In Tanzania’s Mwanza Region, ICAP has enlisted the help of a unique group of community health workers – motorcycle taxi drivers – to promote voluntary medical male circumcision (VMMC) among young men between the ages of 18 and 29. Male circumcision is considered an important intervention for HIV prevention because it removes tissue, which reduces the surface area for potential viral entry. This offers significant protection against HIV transmission, particularly when used alongside other prevention strategies such as condom use, HIV testing, and counseling.
“Motorcycle taxi driving is one of the key sources of income for young men in both rural and urban areas of Tanzania, where young men are at risk of HIV due to factors such as having multiple sexual partners, hiring of commercial sex workers, disposable cash income, and high rates of alcohol use,” explained Omari Msumi, MD, MPH, ICAP’s director of prevention in Tanzania. “Given their mobility and networks, motorcycle taxi drivers create a unique opportunity to reach other young men at risk.”
Circumcision is not commonly practiced in some communities, and there are several barriers that prevent men from choosing to undergo VMMC, including lack of information about its benefits. Some men feel concerned about what happens to their removed skin, while others fear the stigma of disclosing their uncircumcised condition because of community expectations around circumcision. The need to abstain from sexual activity for the healing period of six weeks can also cause reluctance to go through with the procedure.
ICAP piloted the initiative in Mwanza Region’s Kwimba District and approached the motorcycle taxi – or “bodaboda” drivers – at their work stations, providing them with information about the health benefits of VMMC, including the prevention of HIV and STIs, as well as improved hygiene and a lower risk of urinary tract infection and penile cancer. ICAP then recruited the bodaboda drivers to reach out to and educate other young men in their communities about the procedure, connecting them to health facilities and helping them book appointments to undergo the procedure.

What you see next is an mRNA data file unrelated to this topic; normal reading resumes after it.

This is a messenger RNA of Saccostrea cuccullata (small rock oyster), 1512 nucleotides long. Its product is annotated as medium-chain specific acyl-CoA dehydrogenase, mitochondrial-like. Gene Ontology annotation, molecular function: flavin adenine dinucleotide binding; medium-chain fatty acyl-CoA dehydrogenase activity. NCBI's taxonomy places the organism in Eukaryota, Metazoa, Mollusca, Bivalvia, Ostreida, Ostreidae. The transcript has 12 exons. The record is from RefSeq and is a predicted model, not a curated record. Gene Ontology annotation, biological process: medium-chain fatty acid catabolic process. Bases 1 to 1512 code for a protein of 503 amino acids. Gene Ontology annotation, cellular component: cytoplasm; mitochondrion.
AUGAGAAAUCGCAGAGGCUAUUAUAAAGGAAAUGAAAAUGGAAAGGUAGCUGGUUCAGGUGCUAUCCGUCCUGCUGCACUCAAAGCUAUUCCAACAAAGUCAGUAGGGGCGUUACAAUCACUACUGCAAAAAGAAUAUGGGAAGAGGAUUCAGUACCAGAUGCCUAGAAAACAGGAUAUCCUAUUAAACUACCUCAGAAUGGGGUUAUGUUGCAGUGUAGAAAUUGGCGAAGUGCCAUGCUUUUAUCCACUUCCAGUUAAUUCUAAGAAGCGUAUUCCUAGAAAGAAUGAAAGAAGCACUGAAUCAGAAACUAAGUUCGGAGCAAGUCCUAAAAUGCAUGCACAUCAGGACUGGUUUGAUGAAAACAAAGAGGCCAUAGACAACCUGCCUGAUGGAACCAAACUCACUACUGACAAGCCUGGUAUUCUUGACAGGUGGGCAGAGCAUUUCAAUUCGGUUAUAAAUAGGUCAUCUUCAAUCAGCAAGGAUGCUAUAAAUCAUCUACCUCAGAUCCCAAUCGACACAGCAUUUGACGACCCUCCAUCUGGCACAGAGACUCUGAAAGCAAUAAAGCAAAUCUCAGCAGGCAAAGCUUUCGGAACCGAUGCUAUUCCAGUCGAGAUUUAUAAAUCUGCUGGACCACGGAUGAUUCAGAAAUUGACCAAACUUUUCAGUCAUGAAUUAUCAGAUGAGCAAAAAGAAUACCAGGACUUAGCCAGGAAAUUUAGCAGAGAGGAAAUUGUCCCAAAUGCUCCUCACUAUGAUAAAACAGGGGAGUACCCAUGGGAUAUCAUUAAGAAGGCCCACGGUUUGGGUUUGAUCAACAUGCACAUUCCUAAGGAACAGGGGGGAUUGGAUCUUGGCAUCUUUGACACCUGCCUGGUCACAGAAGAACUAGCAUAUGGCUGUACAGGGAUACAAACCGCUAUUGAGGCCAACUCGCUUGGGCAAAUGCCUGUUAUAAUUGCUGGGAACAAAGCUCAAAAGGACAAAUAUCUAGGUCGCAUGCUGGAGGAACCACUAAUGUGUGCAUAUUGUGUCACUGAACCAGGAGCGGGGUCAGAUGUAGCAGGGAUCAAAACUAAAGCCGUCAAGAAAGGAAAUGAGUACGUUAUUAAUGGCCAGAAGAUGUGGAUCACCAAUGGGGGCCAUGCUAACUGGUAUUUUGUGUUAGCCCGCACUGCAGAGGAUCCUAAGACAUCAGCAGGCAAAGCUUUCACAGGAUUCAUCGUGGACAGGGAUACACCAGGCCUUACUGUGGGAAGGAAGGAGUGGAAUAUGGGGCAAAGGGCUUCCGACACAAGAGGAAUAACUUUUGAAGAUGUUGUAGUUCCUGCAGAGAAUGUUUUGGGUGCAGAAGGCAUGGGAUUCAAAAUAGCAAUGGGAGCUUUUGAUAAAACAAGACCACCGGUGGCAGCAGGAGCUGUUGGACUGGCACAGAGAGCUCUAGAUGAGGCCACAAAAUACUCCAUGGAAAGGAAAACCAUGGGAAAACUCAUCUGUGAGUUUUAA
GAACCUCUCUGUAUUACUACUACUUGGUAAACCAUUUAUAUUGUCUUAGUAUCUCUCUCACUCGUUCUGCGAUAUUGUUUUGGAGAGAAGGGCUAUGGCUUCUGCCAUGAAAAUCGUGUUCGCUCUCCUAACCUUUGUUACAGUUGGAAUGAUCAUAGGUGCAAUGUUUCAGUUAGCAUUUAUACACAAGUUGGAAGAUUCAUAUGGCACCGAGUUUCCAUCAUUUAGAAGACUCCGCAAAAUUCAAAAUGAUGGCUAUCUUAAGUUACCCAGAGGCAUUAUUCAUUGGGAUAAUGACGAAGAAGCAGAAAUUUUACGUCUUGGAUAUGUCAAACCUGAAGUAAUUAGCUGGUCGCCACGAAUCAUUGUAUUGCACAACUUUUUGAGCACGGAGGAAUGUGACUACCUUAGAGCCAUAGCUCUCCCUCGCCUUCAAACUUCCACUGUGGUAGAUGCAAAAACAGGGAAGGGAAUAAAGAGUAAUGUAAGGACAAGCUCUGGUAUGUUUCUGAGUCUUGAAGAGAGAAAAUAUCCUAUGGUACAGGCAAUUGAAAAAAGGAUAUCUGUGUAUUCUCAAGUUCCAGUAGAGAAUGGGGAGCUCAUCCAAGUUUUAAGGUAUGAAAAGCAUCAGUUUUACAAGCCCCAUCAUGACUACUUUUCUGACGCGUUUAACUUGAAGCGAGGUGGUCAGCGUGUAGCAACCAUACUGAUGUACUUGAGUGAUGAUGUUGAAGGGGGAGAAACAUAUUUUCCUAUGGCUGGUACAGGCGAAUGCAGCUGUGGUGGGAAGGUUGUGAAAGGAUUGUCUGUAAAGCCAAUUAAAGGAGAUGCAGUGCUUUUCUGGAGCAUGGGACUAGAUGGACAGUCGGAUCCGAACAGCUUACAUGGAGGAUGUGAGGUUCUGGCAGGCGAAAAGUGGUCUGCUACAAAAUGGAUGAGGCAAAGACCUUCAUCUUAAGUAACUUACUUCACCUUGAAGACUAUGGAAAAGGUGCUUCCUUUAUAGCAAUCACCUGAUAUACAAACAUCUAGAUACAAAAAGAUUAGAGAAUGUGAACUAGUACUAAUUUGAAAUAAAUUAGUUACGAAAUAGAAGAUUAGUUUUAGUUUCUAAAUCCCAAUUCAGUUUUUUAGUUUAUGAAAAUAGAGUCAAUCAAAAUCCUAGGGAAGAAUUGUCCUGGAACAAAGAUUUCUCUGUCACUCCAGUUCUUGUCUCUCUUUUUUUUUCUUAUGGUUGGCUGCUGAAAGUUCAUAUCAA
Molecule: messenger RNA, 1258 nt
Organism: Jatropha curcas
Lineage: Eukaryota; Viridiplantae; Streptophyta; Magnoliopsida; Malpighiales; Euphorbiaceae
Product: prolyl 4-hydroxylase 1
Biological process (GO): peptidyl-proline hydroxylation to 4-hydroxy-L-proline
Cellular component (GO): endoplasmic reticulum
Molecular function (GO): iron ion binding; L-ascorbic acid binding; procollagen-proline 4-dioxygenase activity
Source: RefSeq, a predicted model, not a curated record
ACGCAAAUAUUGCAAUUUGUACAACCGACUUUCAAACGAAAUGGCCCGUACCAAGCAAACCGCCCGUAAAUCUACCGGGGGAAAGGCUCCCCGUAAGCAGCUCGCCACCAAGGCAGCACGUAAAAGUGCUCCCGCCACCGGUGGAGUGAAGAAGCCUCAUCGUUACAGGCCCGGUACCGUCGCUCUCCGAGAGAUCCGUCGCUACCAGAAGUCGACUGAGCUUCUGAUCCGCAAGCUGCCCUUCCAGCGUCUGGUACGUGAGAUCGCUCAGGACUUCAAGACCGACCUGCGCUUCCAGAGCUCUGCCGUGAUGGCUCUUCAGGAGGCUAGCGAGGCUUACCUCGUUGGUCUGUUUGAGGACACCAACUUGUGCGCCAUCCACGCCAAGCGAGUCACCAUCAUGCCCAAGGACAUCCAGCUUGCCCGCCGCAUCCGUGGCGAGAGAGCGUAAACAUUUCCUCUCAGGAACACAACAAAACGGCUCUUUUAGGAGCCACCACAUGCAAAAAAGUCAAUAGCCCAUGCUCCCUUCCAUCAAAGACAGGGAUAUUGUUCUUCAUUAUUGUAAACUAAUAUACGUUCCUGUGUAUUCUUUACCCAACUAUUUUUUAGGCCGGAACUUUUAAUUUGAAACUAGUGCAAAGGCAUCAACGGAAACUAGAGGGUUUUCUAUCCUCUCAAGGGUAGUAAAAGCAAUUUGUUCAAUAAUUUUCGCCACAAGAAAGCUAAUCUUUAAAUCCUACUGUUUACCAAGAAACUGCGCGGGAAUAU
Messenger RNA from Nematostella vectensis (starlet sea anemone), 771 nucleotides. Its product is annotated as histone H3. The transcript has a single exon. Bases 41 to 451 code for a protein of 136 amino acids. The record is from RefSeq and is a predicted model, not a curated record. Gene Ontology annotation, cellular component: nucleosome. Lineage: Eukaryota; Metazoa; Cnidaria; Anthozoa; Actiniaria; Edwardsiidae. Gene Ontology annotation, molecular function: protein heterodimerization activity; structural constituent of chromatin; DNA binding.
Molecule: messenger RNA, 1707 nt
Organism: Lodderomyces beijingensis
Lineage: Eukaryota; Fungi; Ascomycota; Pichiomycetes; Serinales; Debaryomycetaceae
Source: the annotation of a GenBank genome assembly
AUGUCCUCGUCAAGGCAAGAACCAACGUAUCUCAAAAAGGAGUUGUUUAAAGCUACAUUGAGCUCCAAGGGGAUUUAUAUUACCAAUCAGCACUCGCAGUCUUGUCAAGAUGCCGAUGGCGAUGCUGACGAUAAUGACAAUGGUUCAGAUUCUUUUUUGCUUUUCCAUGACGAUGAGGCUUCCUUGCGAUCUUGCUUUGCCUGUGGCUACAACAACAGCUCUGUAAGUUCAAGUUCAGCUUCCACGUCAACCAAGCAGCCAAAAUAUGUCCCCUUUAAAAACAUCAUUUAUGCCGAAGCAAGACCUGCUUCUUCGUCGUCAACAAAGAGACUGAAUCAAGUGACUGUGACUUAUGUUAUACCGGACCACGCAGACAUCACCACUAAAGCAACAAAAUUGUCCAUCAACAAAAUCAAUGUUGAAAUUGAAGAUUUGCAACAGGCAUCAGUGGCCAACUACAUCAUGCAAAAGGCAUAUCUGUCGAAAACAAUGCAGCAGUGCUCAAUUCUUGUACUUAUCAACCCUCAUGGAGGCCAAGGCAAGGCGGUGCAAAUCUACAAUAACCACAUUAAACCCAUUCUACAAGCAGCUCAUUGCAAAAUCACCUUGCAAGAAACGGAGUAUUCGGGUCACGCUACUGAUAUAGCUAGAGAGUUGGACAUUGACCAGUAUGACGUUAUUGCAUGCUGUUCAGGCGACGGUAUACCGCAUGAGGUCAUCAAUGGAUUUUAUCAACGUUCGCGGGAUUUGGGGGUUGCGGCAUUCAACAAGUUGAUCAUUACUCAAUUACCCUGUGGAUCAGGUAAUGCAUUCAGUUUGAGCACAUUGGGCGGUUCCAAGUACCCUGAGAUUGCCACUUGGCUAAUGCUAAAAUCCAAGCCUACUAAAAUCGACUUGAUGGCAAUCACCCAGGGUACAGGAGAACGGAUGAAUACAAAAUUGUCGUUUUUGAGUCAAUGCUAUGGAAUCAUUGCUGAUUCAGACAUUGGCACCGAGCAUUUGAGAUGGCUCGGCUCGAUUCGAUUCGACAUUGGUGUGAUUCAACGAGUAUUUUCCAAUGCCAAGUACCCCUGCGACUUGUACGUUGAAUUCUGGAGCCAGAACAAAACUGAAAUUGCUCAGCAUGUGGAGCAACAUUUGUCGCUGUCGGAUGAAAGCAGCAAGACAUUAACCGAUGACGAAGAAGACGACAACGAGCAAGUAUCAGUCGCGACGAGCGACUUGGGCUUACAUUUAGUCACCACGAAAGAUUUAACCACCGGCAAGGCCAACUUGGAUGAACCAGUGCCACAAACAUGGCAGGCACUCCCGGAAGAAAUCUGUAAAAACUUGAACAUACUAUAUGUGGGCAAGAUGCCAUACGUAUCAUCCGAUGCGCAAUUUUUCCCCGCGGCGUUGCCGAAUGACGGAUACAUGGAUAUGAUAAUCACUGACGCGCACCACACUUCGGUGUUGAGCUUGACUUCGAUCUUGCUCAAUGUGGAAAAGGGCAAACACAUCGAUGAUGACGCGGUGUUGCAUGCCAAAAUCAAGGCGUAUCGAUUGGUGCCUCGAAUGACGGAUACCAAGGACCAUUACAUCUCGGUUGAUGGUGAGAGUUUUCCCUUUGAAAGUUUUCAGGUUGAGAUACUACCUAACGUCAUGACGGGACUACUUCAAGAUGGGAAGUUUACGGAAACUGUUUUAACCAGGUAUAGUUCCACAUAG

“We were able to conduct a series of mobilization events and provide education to our fellow youth and adults on the importance of VMMC and the risk associated if one is not circumcised,” said Richard Mahahila, a bodaboda driver, who is also a peer educator at Sumve Hospital in Kwimba. “Many understood and went for VMMC services in the facilities, and we will continue to do this work until everyone is reached.”
Through this initiative, a total of 2,084 clients were circumcised between October 2022 and March 2023, almost a quarter of Kwimba District’s 2023 goal of 8,320 VMMCs.
“We have seen a huge increase in the number of young boys and men visiting clinics for VMMC. Community engagement has been central in facilitating its acceptance, especially in non-circumcising communities,” said Joseph Enos Charles, a VMMC service provider at Sumve Hospital, discussing the pilot initiative’s success.
The project is part of a larger ICAP initiative to improve VMMC rates in Tanzania, through the FIKIA Plus project, which is funded by the President’s Emergency Plan for AIDS Relief (PEPFAR) through the US Centers for Disease Control and Prevention (CDC). Under the FIKIA plus project in Mwanza, a total of 39,714 men have been reached for VMMC for the prevention of HIV, sexually transmitted infections (STIs), and other health conditions.
A major global health organization that has been improving public health in countries around the world for two decades, ICAP works to transform the health of populations through innovation, science, and global collaboration. Based at Columbia Mailman School of Public Health, ICAP has projects in more than 40 countries, working side-by-side with ministries of health and local governmental, non-governmental, academic, and community partners to confront some of the world’s greatest health challenges. Through evidence-informed programs, meaningful research, tailored technical assistance, effective training and education programs, and rigorous surveillance to measure and evaluate the impact of public health interventions, ICAP aims to realize a global vision of healthy people, empowered communities, and thriving societies. Online at icap.columbia.edu